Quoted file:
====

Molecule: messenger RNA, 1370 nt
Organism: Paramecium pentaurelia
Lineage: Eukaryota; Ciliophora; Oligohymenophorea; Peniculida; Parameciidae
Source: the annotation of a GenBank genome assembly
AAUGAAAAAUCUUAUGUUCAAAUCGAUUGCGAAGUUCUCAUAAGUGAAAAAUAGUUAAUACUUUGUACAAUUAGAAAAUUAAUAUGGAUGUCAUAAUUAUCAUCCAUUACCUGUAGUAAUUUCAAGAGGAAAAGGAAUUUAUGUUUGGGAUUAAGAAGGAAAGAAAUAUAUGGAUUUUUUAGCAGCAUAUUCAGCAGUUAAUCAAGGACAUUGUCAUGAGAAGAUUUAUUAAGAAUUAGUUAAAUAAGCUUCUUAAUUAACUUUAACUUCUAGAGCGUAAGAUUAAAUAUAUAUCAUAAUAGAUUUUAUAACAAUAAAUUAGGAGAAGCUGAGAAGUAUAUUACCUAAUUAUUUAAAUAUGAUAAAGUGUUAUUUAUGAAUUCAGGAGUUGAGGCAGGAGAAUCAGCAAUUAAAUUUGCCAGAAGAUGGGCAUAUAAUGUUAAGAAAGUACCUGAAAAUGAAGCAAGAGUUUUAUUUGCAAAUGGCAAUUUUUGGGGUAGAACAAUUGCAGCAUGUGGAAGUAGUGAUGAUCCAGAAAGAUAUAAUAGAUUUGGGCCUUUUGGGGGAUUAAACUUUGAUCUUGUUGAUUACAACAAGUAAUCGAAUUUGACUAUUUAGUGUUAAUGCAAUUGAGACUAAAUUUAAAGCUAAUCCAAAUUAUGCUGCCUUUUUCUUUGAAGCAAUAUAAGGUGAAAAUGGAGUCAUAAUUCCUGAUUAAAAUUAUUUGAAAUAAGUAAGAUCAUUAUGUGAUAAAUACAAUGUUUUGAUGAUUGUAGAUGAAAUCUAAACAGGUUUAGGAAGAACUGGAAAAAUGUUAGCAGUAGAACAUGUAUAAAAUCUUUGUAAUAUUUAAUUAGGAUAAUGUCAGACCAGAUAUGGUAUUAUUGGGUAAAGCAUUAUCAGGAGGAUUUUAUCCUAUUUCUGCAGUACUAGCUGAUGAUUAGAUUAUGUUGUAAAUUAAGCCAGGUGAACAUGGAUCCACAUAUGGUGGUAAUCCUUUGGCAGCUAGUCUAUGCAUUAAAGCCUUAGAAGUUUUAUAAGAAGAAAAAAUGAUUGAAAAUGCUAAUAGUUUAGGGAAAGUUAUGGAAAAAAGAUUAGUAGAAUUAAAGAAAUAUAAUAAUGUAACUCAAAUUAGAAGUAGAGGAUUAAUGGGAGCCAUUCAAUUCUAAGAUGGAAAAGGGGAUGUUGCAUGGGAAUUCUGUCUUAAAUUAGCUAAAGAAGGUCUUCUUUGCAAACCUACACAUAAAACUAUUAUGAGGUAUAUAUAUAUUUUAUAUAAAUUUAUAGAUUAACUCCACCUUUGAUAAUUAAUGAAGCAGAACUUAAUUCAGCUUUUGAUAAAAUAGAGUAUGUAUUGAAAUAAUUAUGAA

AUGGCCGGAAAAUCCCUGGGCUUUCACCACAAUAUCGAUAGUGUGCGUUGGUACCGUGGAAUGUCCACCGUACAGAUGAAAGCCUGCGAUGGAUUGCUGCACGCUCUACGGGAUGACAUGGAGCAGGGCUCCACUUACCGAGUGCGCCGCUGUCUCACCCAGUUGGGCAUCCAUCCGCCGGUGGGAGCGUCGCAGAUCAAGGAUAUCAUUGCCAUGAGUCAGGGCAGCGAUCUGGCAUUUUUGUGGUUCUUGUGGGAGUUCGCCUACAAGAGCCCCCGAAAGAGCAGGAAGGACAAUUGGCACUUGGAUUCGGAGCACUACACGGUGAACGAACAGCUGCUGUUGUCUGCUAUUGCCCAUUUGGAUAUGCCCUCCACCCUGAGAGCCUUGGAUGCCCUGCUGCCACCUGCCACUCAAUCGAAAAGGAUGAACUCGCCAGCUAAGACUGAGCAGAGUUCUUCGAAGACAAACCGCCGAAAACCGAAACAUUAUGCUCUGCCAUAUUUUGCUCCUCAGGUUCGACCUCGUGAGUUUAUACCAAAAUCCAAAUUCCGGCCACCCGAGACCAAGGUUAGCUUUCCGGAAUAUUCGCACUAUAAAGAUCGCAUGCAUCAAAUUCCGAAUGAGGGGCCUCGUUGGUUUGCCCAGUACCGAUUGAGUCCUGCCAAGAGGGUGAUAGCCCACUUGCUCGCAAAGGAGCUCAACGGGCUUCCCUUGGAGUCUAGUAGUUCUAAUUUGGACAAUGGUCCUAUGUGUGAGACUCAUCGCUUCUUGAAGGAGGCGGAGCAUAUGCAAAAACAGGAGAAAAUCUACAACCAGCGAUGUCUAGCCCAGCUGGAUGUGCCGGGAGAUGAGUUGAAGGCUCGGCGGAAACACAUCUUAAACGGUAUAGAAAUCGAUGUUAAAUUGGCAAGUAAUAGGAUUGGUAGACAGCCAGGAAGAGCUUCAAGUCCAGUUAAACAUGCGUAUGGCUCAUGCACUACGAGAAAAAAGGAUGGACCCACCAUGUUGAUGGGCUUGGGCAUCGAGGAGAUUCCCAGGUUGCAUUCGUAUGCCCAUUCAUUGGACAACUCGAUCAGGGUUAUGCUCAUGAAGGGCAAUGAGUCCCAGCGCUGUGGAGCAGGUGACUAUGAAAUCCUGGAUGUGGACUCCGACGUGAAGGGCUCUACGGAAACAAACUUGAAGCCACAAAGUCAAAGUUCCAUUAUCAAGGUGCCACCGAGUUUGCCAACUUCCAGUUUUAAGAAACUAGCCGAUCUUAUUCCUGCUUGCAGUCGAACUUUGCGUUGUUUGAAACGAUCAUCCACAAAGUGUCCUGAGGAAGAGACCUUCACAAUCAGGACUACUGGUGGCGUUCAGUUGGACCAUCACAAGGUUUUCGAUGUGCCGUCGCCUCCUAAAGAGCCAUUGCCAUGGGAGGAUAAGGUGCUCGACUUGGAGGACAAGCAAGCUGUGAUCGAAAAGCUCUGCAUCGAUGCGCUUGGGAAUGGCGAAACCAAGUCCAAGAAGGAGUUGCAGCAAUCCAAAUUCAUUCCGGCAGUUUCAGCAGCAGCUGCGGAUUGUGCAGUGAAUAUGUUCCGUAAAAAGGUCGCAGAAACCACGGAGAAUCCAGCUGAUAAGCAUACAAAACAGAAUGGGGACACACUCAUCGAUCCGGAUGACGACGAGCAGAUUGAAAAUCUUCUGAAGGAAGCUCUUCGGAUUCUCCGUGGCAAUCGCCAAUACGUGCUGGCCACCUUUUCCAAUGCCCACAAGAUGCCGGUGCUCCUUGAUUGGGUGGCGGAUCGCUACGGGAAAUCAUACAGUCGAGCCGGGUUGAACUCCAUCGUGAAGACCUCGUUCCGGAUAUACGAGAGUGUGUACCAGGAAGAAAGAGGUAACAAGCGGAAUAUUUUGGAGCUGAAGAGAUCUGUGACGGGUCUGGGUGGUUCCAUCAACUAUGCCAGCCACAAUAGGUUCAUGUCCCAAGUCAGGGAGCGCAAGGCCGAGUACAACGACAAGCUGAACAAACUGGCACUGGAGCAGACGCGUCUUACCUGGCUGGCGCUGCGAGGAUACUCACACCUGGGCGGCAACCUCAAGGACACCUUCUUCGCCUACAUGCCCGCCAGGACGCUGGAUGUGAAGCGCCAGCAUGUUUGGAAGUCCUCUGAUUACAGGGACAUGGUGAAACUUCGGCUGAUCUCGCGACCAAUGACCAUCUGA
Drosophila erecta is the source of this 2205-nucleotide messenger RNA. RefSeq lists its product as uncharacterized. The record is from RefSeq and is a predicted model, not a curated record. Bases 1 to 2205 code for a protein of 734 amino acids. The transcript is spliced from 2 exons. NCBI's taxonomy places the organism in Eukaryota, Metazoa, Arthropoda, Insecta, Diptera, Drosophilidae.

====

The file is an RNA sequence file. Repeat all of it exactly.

Molecule: messenger RNA, 1370 nt
Organism: Paramecium pentaurelia
Lineage: Eukaryota; Ciliophora; Oligohymenophorea; Peniculida; Parameciidae
Source: the annotation of a GenBank genome assembly
AAUGAAAAAUCUUAUGUUCAAAUCGAUUGCGAAGUUCUCAUAAGUGAAAAAUAGUUAAUACUUUGUACAAUUAGAAAAUUAAUAUGGAUGUCAUAAUUAUCAUCCAUUACCUGUAGUAAUUUCAAGAGGAAAAGGAAUUUAUGUUUGGGAUUAAGAAGGAAAGAAAUAUAUGGAUUUUUUAGCAGCAUAUUCAGCAGUUAAUCAAGGACAUUGUCAUGAGAAGAUUUAUUAAGAAUUAGUUAAAUAAGCUUCUUAAUUAACUUUAACUUCUAGAGCGUAAGAUUAAAUAUAUAUCAUAAUAGAUUUUAUAACAAUAAAUUAGGAGAAGCUGAGAAGUAUAUUACCUAAUUAUUUAAAUAUGAUAAAGUGUUAUUUAUGAAUUCAGGAGUUGAGGCAGGAGAAUCAGCAAUUAAAUUUGCCAGAAGAUGGGCAUAUAAUGUUAAGAAAGUACCUGAAAAUGAAGCAAGAGUUUUAUUUGCAAAUGGCAAUUUUUGGGGUAGAACAAUUGCAGCAUGUGGAAGUAGUGAUGAUCCAGAAAGAUAUAAUAGAUUUGGGCCUUUUGGGGGAUUAAACUUUGAUCUUGUUGAUUACAACAAGUAAUCGAAUUUGACUAUUUAGUGUUAAUGCAAUUGAGACUAAAUUUAAAGCUAAUCCAAAUUAUGCUGCCUUUUUCUUUGAAGCAAUAUAAGGUGAAAAUGGAGUCAUAAUUCCUGAUUAAAAUUAUUUGAAAUAAGUAAGAUCAUUAUGUGAUAAAUACAAUGUUUUGAUGAUUGUAGAUGAAAUCUAAACAGGUUUAGGAAGAACUGGAAAAAUGUUAGCAGUAGAACAUGUAUAAAAUCUUUGUAAUAUUUAAUUAGGAUAAUGUCAGACCAGAUAUGGUAUUAUUGGGUAAAGCAUUAUCAGGAGGAUUUUAUCCUAUUUCUGCAGUACUAGCUGAUGAUUAGAUUAUGUUGUAAAUUAAGCCAGGUGAACAUGGAUCCACAUAUGGUGGUAAUCCUUUGGCAGCUAGUCUAUGCAUUAAAGCCUUAGAAGUUUUAUAAGAAGAAAAAAUGAUUGAAAAUGCUAAUAGUUUAGGGAAAGUUAUGGAAAAAAGAUUAGUAGAAUUAAAGAAAUAUAAUAAUGUAACUCAAAUUAGAAGUAGAGGAUUAAUGGGAGCCAUUCAAUUCUAAGAUGGAAAAGGGGAUGUUGCAUGGGAAUUCUGUCUUAAAUUAGCUAAAGAAGGUCUUCUUUGCAAACCUACACAUAAAACUAUUAUGAGGUAUAUAUAUAUUUUAUAUAAAUUUAUAGAUUAACUCCACCUUUGAUAAUUAAUGAAGCAGAACUUAAUUCAGCUUUUGAUAAAAUAGAGUAUGUAUUGAAAUAAUUAUGAA

AUGGCCGGAAAAUCCCUGGGCUUUCACCACAAUAUCGAUAGUGUGCGUUGGUACCGUGGAAUGUCCACCGUACAGAUGAAAGCCUGCGAUGGAUUGCUGCACGCUCUACGGGAUGACAUGGAGCAGGGCUCCACUUACCGAGUGCGCCGCUGUCUCACCCAGUUGGGCAUCCAUCCGCCGGUGGGAGCGUCGCAGAUCAAGGAUAUCAUUGCCAUGAGUCAGGGCAGCGAUCUGGCAUUUUUGUGGUUCUUGUGGGAGUUCGCCUACAAGAGCCCCCGAAAGAGCAGGAAGGACAAUUGGCACUUGGAUUCGGAGCACUACACGGUGAACGAACAGCUGCUGUUGUCUGCUAUUGCCCAUUUGGAUAUGCCCUCCACCCUGAGAGCCUUGGAUGCCCUGCUGCCACCUGCCACUCAAUCGAAAAGGAUGAACUCGCCAGCUAAGACUGAGCAGAGUUCUUCGAAGACAAACCGCCGAAAACCGAAACAUUAUGCUCUGCCAUAUUUUGCUCCUCAGGUUCGACCUCGUGAGUUUAUACCAAAAUCCAAAUUCCGGCCACCCGAGACCAAGGUUAGCUUUCCGGAAUAUUCGCACUAUAAAGAUCGCAUGCAUCAAAUUCCGAAUGAGGGGCCUCGUUGGUUUGCCCAGUACCGAUUGAGUCCUGCCAAGAGGGUGAUAGCCCACUUGCUCGCAAAGGAGCUCAACGGGCUUCCCUUGGAGUCUAGUAGUUCUAAUUUGGACAAUGGUCCUAUGUGUGAGACUCAUCGCUUCUUGAAGGAGGCGGAGCAUAUGCAAAAACAGGAGAAAAUCUACAACCAGCGAUGUCUAGCCCAGCUGGAUGUGCCGGGAGAUGAGUUGAAGGCUCGGCGGAAACACAUCUUAAACGGUAUAGAAAUCGAUGUUAAAUUGGCAAGUAAUAGGAUUGGUAGACAGCCAGGAAGAGCUUCAAGUCCAGUUAAACAUGCGUAUGGCUCAUGCACUACGAGAAAAAAGGAUGGACCCACCAUGUUGAUGGGCUUGGGCAUCGAGGAGAUUCCCAGGUUGCAUUCGUAUGCCCAUUCAUUGGACAACUCGAUCAGGGUUAUGCUCAUGAAGGGCAAUGAGUCCCAGCGCUGUGGAGCAGGUGACUAUGAAAUCCUGGAUGUGGACUCCGACGUGAAGGGCUCUACGGAAACAAACUUGAAGCCACAAAGUCAAAGUUCCAUUAUCAAGGUGCCACCGAGUUUGCCAACUUCCAGUUUUAAGAAACUAGCCGAUCUUAUUCCUGCUUGCAGUCGAACUUUGCGUUGUUUGAAACGAUCAUCCACAAAGUGUCCUGAGGAAGAGACCUUCACAAUCAGGACUACUGGUGGCGUUCAGUUGGACCAUCACAAGGUUUUCGAUGUGCCGUCGCCUCCUAAAGAGCCAUUGCCAUGGGAGGAUAAGGUGCUCGACUUGGAGGACAAGCAAGCUGUGAUCGAAAAGCUCUGCAUCGAUGCGCUUGGGAAUGGCGAAACCAAGUCCAAGAAGGAGUUGCAGCAAUCCAAAUUCAUUCCGGCAGUUUCAGCAGCAGCUGCGGAUUGUGCAGUGAAUAUGUUCCGUAAAAAGGUCGCAGAAACCACGGAGAAUCCAGCUGAUAAGCAUACAAAACAGAAUGGGGACACACUCAUCGAUCCGGAUGACGACGAGCAGAUUGAAAAUCUUCUGAAGGAAGCUCUUCGGAUUCUCCGUGGCAAUCGCCAAUACGUGCUGGCCACCUUUUCCAAUGCCCACAAGAUGCCGGUGCUCCUUGAUUGGGUGGCGGAUCGCUACGGGAAAUCAUACAGUCGAGCCGGGUUGAACUCCAUCGUGAAGACCUCGUUCCGGAUAUACGAGAGUGUGUACCAGGAAGAAAGAGGUAACAAGCGGAAUAUUUUGGAGCUGAAGAGAUCUGUGACGGGUCUGGGUGGUUCCAUCAACUAUGCCAGCCACAAUAGGUUCAUGUCCCAAGUCAGGGAGCGCAAGGCCGAGUACAACGACAAGCUGAACAAACUGGCACUGGAGCAGACGCGUCUUACCUGGCUGGCGCUGCGAGGAUACUCACACCUGGGCGGCAACCUCAAGGACACCUUCUUCGCCUACAUGCCCGCCAGGACGCUGGAUGUGAAGCGCCAGCAUGUUUGGAAGUCCUCUGAUUACAGGGACAUGGUGAAACUUCGGCUGAUCUCGCGACCAAUGACCAUCUGA
Drosophila erecta is the source of this 2205-nucleotide messenger RNA. RefSeq lists its product as uncharacterized. The record is from RefSeq and is a predicted model, not a curated record. Bases 1 to 2205 code for a protein of 734 amino acids. The transcript is spliced from 2 exons. NCBI's taxonomy places the organism in Eukaryota, Metazoa, Arthropoda, Insecta, Diptera, Drosophilidae.